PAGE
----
3 masks. There was even a rumor that Jerry Rubin was there. This caused a change in the policy of leaving discipline up to the students. The students on the discipli nary board were "completely cowed" by this because there were 200 people in a classroom, standing on chairs and shouting. Amplified music was really a protest against Cecil Mackey. There was a radio show at USF at the time called Underground Railroad tha t played rock music. President Mackey got rid of the Underground Railroad and this was very unpopular. This decision took a decade to simmer down. Mackey thought that the radio should be for classical music, no popular music. They play mainly classical and jazz, which is still WUSF's format today. Students did many things in opposition to Mackey. Cecil Mackey Dr. Mackey was very strong minded and had an idea of what he thought a school should be. He had a plan and an idea and was not going to be dete rred. It would be too harsh to call him "confrontational," but Mackey knew exactly what he wanted and was intent on getting it. This was a real change in administrations from Presidents Allen and Dean. Mackey changed everything. He didn't change when h e went to Michigan State; Mackey even took on the MSU alumni association. Mackey also wanted his own people in the administration. Mr. Walbolt's father in law was fired before Cecil Mackey even started at USF. His father in law was a very respected pe rson on campus and was the school's first employee and started the library. Mackey brought a lot of people from FSU to work with him. He also brought Carl Riggs from Oklahoma. Mackey made a lot of changes on the campus and showed people what his adminis tration would be like. Mackey left Dr. Walbolt alone. Vice President for Student Affairs was Joe Howell, who is a great person and became a university president in Missouri. Howell was never flustered and always calm. Mackey left Howell alone because h e wanted to concentrate on academics, alumni, and fundraising issues. Student interaction was left to Howell. Mr. Walbolt saw President Mackey every week in meetings and they became good friends, but official interaction between the two was limited. A bout three years into his administration, Mackey was having a chat with students outside. The chat was taking place between the Social Science and the Education buildings. A person came up behind President Mackey and threw a pie in his face. President M ackey was "outraged." He went home to change, came back to school and called Mr. Walbolt into the office. The police chief was in President Mackey's office and Mackey asked the police chief what he was going to do if they caught the pie thrower. Mackey asked if they would press charges and the police chief did not think this was the best course of action. President Mackey asked Mr. Walbolt what he would do and Walbolt said that it was a violation of the code, but since there was a faculty/student discip linary board, most of the people would think that it was a prank and not do too much to the perpetrator. Mackey decided that it was best that they not even look for the person, because if he wasn't punished it might encourage similar actions in the future Mr. Walbolt later found out who it was. He became a public defender and later married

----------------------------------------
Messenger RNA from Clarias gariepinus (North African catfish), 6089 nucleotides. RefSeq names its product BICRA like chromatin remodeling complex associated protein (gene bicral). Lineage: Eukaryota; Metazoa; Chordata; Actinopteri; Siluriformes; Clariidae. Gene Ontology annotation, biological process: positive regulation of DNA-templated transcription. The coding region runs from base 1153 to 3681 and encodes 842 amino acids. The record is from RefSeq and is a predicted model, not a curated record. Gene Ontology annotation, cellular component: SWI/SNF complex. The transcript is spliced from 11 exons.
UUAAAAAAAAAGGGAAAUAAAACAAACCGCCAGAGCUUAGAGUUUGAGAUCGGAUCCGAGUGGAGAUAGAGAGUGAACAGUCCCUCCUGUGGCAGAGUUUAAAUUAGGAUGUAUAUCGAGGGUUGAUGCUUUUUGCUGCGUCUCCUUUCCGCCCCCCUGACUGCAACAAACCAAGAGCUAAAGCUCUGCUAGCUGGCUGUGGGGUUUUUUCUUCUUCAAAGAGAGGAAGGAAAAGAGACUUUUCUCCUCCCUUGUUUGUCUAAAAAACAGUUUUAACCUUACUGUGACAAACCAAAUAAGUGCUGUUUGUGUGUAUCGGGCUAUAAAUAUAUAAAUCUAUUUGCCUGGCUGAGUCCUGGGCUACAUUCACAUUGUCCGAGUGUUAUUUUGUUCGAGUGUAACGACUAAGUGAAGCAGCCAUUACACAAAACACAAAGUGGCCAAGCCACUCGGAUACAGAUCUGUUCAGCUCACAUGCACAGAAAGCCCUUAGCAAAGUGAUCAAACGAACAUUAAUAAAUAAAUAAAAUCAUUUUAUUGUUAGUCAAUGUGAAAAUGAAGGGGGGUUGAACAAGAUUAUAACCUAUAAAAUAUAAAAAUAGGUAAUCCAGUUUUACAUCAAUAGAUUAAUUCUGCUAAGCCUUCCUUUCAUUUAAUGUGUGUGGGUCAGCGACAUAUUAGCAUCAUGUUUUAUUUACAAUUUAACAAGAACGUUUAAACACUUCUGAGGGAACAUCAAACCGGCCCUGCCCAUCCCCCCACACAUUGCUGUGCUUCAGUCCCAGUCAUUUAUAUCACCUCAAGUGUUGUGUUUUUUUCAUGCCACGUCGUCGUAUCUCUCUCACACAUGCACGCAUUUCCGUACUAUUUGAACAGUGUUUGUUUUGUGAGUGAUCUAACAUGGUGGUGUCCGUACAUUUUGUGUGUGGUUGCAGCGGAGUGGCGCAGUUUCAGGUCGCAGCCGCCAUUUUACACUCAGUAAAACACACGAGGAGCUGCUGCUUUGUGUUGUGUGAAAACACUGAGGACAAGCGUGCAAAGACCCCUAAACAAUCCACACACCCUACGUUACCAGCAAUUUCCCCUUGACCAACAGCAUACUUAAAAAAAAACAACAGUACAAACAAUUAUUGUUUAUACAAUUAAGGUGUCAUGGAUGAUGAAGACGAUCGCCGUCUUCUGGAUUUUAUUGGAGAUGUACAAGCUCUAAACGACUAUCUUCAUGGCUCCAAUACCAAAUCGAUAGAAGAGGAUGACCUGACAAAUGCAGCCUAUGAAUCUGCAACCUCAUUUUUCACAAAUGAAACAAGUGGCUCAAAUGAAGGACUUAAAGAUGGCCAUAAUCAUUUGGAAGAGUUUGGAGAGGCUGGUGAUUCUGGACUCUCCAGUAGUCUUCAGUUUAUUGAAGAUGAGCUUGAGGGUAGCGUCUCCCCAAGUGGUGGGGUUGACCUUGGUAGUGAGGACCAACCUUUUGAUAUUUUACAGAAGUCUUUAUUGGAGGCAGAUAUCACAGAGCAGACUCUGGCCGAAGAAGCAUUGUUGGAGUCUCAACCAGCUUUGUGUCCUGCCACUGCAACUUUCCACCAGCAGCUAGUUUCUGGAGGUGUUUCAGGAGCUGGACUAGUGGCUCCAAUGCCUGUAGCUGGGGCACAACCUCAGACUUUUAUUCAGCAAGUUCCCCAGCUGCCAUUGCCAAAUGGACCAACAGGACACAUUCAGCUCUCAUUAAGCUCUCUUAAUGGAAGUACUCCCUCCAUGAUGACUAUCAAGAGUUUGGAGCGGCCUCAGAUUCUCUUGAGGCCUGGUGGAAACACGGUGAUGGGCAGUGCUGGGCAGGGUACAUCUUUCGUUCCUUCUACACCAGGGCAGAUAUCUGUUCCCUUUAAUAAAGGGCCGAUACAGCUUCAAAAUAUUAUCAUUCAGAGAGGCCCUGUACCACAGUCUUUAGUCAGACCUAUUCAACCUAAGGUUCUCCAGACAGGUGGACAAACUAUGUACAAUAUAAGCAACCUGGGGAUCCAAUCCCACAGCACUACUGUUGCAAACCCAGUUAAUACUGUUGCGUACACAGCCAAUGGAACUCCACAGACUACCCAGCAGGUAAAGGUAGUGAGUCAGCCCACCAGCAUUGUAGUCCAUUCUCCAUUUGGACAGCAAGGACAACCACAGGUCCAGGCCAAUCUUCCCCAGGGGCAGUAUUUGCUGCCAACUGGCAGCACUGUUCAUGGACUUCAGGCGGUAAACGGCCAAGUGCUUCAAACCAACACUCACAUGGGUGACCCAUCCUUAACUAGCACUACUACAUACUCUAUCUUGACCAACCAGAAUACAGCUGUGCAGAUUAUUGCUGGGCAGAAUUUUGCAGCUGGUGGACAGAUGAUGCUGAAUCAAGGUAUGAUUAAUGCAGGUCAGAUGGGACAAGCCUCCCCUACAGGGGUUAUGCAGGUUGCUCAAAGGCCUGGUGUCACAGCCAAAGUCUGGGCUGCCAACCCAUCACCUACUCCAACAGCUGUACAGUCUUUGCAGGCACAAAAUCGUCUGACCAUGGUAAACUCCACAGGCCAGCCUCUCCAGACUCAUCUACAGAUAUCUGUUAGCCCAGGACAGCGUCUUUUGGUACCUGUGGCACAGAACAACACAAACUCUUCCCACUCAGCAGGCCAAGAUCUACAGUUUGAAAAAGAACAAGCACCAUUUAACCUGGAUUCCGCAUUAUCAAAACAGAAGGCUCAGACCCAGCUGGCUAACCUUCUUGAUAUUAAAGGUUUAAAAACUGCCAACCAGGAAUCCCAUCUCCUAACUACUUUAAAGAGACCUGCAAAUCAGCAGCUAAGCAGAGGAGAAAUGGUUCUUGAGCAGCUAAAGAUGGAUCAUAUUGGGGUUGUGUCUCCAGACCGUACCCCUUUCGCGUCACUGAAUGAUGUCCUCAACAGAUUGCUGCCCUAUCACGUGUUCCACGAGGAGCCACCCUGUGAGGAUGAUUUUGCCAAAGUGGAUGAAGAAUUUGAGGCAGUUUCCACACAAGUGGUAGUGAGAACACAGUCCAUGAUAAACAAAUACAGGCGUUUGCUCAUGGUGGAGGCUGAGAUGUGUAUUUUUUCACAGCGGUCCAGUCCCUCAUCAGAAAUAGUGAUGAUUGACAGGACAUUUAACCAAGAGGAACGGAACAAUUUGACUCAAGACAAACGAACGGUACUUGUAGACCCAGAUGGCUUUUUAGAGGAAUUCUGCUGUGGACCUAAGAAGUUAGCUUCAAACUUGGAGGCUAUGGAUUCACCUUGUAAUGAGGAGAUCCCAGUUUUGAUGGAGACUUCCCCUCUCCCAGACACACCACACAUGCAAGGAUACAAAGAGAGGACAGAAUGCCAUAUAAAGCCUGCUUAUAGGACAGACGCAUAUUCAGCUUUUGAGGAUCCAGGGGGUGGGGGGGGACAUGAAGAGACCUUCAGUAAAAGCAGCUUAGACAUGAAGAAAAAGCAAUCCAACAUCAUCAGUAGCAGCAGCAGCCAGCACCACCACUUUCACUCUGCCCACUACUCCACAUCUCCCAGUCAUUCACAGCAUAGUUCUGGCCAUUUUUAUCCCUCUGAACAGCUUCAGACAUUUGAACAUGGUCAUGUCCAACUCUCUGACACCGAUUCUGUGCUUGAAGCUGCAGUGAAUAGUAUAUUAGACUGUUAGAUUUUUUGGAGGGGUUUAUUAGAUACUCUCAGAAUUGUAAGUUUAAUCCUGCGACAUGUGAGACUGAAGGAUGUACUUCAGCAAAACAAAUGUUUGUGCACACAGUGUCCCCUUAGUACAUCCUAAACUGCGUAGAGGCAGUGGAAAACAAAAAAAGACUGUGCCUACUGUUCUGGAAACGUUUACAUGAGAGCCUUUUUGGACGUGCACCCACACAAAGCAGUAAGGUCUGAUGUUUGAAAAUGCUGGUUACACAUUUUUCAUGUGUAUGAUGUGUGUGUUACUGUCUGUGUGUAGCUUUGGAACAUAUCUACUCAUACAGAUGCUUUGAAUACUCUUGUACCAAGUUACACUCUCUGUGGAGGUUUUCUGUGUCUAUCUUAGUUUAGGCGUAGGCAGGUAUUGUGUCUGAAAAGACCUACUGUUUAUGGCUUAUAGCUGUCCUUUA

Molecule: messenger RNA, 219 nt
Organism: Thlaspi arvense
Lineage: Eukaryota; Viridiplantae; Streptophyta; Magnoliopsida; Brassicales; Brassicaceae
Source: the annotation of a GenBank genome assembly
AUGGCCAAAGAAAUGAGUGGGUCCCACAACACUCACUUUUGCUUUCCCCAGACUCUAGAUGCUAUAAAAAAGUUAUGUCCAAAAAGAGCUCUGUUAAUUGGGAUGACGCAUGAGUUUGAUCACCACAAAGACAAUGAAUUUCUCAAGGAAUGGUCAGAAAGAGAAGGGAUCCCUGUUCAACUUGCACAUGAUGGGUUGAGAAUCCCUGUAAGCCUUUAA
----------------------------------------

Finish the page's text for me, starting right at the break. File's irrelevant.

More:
4 Mr. Walbolt's secretary. The person responsible was wearing a gorilla mask to conceal his identity because he was a well known figure on campus. He married Marilyn Jordan, who is now Marilyn Smith. Mr. Walbolt does not remember his first name, but his last name is Smith. Experience of working in student affairs In order to work in Student Affairs you need to have "the best interests of the students in mind" and you need to understand that there are lot of traditional college students here in their late teens and early twenties and student affairs has a certain responsibility to them and their parents. There are also many students at USF who are older. There were thousands of students older than Mr. Walbolt, there was even an SG President older than Mr. Walbolt. There were people of all different ages and different walks of life. There are students here with families and two jobs who need a chance to succeed. T here are also students who are younger and need the opportunity to become responsible adults. Mr. Walbolt was a "non traditional" vice president and one of the few with a law degree. The job requires a lot of "empathy" and "patience." You need to be "a good listener" and try to ease them through their time at school, which can be very full of stress and bureaucracy. One time there was a sit in by Gamma Hall. They had decided to build a parking lot where students used to play games or sun themselves. The parking lot has been there for a long time now, but students who used it for recreation didn't want the lot to be built. The SG president sat in the front end loader used to build the lot. They had to trade off some things off with the people who wa nted the field kept. They decided to work on another field and make it a more suitable place to have games. Background in Law Mr. Walbolt's background in the law helped him in understanding certain issues. When he first came to the school, USF didn't ha ve a lawyer. Now they have a legal office with many people. Before, when there was a legal issue the school would hire a Tampa attorney. Mr. Walbolt was one of the first people with a legal background at the school. One of his first jobs was to bring t he legal code up to date. He did this for the first several months he was at the school. This took him fifteen to twenty years to live this down, because he didn't have as good a sense of being on a university campus when he first wrote the code, which h ad "a bunch of thou shalls' and thou shall nots.'" Being able to analyze logically, the kind of thing that you receive in your legal training, helps with any kind of situation. Jack Prehle, 1973 Prehle was chief of the University Police and he was aske d to leave in 1973. Chief Prehle had a law enforcement background and had no experience in university policing. He was used to being a chief of police from a county police department. The parking services person for Chief Prehle came straight from an ar my base. He never called the campus anything but a "base." This is a good way to get an image of how these guys